Riverman1
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Riverman1 03/07/09 - 10:29 am
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I have been saying this for a

I have been saying this for a long time. Yucca Mountain by default. One of the reasons Yucca Mountain was chosen is that it is not near a river. Now we are going to store wastes here and at Hanford an over a hundred other commercial sites when there is no safer place than the dry caverns deep inside Yucca Mt. After spending a huge amount working on the storage vaults there, Harry Reid has managed to kill the project. Oh well, look on the brght side, it ensures jobs here for quite awhile.

Riverman1
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Riverman1 03/07/09 - 11:21 am
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This is probably the biggest

This is probably the biggest story in the CSRA EVER and it is being largely ignored. For over 50 years nuclear waste site disposal was studied with hundreds of sites considered. The consensus of the scientists is that it should be deeply buried far from rivers, not near aquifers and not near cities. Geologic formations were considered. Billions were spent in research to find the perfect site. Yucca Mt. “won.” Harry Reid has led the battle to have the repository in his state stopped. Reid has demanded a “warranty” that not a single atom will leak from the site. Duh, nothing can guarantee that, but it is a way for Reid, with his Democrat followers, to stop the project and have the wastes end up here for the next 100 million years or so.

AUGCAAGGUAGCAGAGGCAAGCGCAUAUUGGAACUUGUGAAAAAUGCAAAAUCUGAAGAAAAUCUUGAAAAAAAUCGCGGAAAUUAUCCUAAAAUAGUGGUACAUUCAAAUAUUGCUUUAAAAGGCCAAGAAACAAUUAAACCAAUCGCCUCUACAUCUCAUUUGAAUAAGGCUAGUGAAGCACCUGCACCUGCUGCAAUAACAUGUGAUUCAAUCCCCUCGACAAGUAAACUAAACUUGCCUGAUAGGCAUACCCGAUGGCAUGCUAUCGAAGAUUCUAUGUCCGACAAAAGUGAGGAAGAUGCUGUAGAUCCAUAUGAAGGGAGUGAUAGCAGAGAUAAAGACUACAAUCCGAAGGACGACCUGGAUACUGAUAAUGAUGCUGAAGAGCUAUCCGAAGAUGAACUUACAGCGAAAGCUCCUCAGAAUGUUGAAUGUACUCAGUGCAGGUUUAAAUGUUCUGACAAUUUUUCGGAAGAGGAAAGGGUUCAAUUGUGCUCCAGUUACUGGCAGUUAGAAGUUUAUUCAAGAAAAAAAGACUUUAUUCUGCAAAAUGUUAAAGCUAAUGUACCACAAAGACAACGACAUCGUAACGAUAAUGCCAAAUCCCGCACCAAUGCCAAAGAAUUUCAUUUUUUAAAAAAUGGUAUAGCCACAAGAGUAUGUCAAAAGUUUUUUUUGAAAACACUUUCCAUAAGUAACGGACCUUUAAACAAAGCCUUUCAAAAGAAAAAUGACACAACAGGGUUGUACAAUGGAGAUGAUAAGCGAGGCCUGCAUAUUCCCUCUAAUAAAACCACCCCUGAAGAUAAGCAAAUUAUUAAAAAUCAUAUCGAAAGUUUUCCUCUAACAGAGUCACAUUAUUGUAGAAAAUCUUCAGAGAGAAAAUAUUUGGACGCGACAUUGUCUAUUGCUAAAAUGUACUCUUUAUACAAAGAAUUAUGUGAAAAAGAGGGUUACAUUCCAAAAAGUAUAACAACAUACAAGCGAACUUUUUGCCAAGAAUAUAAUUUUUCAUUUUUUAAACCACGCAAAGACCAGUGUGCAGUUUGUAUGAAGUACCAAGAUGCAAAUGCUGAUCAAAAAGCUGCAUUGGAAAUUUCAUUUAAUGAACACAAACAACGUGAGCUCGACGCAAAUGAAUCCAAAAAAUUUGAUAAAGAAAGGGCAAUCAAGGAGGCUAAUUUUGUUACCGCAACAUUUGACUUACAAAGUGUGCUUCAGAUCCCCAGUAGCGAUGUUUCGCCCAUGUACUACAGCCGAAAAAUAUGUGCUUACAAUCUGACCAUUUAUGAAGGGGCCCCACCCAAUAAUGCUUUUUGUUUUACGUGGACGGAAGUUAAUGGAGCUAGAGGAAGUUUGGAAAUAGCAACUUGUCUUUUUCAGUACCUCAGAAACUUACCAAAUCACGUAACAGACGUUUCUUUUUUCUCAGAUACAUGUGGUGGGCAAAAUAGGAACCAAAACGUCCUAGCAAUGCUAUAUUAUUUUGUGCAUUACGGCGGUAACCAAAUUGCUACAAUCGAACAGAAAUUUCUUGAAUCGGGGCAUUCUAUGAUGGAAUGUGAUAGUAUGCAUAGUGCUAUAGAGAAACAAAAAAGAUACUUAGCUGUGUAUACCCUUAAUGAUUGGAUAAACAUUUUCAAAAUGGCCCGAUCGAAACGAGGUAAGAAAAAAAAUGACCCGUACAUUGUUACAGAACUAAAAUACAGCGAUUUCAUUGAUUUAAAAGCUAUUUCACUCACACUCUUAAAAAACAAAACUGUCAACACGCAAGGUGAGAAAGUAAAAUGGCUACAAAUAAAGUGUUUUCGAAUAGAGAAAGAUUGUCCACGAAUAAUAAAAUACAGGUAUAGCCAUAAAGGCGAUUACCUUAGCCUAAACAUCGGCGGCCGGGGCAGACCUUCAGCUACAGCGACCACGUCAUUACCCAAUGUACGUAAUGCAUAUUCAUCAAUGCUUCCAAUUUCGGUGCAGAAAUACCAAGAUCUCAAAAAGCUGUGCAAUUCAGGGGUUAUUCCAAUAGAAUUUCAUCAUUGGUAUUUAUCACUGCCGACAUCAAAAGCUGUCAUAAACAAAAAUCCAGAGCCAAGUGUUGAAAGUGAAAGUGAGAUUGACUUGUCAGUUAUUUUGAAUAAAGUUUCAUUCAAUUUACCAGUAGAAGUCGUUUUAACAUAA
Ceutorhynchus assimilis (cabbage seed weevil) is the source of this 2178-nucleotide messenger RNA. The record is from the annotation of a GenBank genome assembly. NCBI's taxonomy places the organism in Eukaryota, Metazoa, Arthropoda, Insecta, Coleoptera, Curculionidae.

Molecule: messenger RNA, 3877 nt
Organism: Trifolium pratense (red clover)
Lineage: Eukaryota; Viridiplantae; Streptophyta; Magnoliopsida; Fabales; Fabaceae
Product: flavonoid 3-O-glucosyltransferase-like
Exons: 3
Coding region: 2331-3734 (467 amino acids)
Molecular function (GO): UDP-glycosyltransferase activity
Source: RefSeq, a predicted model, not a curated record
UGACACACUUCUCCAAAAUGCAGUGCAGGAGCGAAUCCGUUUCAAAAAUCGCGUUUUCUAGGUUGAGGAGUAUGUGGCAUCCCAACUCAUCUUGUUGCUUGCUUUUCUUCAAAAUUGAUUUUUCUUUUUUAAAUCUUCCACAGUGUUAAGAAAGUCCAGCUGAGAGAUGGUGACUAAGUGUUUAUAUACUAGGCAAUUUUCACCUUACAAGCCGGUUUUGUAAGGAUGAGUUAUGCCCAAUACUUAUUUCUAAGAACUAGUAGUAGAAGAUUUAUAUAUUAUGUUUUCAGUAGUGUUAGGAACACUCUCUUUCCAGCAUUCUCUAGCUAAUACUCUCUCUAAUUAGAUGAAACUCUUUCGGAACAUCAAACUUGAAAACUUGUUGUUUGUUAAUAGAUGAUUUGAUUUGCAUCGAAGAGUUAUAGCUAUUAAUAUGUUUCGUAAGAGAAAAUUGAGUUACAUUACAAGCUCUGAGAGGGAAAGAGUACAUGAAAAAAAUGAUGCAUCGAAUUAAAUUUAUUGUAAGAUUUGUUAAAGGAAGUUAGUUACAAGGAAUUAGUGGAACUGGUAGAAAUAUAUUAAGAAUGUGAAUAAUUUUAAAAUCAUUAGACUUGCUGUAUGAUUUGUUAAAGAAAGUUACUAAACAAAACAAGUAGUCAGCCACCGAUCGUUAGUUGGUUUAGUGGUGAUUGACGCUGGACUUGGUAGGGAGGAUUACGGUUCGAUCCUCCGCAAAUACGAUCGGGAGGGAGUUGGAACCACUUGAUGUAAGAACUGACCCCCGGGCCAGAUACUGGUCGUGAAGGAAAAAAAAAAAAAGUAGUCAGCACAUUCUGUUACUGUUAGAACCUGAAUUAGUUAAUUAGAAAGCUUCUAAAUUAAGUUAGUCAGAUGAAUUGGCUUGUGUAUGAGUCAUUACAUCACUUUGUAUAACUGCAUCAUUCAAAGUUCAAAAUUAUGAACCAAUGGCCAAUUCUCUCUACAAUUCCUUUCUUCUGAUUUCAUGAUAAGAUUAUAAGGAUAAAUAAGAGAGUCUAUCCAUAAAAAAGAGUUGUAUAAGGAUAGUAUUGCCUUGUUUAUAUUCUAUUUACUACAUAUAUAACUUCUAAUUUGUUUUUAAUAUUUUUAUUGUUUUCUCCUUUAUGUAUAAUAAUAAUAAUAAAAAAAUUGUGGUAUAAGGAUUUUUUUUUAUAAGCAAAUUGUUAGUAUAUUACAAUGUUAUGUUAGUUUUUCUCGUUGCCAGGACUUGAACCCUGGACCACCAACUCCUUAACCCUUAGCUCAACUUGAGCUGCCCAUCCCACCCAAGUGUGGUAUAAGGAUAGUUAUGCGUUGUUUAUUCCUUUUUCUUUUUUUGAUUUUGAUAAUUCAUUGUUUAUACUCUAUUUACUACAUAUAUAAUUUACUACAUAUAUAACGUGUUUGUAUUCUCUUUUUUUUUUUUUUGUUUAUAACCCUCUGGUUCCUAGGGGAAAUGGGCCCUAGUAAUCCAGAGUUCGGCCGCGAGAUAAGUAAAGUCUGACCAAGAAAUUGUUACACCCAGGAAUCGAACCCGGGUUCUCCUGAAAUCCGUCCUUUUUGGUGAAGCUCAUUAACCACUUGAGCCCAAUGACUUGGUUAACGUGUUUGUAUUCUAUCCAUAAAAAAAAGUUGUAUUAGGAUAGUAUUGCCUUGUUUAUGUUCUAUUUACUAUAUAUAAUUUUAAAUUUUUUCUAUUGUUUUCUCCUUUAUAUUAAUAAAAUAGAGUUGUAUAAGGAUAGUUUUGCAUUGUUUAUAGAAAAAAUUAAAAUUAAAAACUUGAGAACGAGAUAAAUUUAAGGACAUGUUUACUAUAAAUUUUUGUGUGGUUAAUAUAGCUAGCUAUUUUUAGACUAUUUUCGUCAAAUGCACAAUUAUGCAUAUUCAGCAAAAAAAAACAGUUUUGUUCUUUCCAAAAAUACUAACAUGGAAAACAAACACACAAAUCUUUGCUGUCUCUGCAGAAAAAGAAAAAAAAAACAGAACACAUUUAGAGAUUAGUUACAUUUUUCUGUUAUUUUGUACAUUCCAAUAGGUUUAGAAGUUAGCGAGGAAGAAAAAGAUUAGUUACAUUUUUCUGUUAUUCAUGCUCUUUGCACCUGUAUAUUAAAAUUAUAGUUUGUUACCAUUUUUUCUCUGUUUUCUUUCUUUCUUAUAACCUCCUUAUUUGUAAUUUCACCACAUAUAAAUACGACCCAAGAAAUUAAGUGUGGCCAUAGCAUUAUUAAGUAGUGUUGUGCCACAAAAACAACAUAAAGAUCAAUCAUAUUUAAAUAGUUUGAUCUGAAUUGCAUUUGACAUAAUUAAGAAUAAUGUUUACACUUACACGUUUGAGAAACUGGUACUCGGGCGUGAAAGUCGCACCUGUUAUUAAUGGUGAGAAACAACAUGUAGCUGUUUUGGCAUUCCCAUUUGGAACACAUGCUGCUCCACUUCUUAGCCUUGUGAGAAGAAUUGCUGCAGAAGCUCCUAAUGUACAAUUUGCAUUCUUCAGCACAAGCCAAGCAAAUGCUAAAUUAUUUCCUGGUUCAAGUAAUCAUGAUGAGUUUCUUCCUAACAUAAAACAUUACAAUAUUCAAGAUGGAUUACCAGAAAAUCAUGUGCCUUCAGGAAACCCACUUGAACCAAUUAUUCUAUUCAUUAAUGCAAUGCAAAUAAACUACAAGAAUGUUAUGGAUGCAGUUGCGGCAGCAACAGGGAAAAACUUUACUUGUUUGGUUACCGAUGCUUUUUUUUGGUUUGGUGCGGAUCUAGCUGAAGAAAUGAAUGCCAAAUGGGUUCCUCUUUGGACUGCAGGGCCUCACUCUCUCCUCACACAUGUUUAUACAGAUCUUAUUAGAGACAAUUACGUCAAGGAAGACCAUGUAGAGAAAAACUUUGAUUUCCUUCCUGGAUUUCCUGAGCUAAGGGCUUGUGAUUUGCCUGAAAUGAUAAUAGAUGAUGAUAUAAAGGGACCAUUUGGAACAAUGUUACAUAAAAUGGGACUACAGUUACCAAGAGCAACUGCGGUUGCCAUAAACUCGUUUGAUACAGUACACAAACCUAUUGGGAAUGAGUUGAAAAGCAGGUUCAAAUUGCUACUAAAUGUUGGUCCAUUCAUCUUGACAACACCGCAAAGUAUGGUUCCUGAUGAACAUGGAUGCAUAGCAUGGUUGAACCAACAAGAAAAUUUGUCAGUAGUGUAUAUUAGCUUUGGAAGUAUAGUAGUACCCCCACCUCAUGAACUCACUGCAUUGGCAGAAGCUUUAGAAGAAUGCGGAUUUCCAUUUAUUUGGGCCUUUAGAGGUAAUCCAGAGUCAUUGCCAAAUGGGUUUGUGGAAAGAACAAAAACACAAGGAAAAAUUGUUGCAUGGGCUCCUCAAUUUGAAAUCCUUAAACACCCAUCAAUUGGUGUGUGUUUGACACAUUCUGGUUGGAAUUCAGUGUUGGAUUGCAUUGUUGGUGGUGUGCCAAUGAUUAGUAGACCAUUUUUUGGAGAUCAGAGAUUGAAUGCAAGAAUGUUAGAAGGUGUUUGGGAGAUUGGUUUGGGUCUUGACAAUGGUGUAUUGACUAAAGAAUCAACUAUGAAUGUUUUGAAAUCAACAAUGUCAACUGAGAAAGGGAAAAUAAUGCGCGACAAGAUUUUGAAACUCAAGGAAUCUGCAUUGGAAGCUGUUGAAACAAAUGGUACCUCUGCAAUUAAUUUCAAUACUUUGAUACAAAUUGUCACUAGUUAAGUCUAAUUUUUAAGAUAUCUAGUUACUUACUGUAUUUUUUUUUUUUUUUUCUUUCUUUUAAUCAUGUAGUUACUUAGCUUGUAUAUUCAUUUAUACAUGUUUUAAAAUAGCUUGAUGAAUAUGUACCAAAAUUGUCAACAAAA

Riverman1
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Riverman1 03/07/09 - 01:11 pm
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Nuclear waste is being

Nuclear waste is being created at a rate of 2,000 tons a year. Mark my words, much of the waste from commercial sites will end up here in addition to what we already have and create here.

thefish
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thefish 03/07/09 - 03:30 pm
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If Yucca Mtn can't meet NRC

If Yucca Mtn can't meet NRC licensing requirements, then who can?? Let us see the list. Yucca certainly has to be a far better site than SRS or Hanford (Columbia River). A very quick check online reveals that WA and OR have sued DoE over the Hanford cleanup-I saw something about behind schedule and over budget.

Riverman1
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Riverman1 03/07/09 - 05:33 pm
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By law, the NRC licensing

By law, the NRC licensing process takes years and the Yucca Mtn. process can't simply be shutdown. There is hope yet, if Republicans take power in Congress in 2010.

Riverman1
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Riverman1 03/07/09 - 05:39 pm
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What Dr. Chu is counting on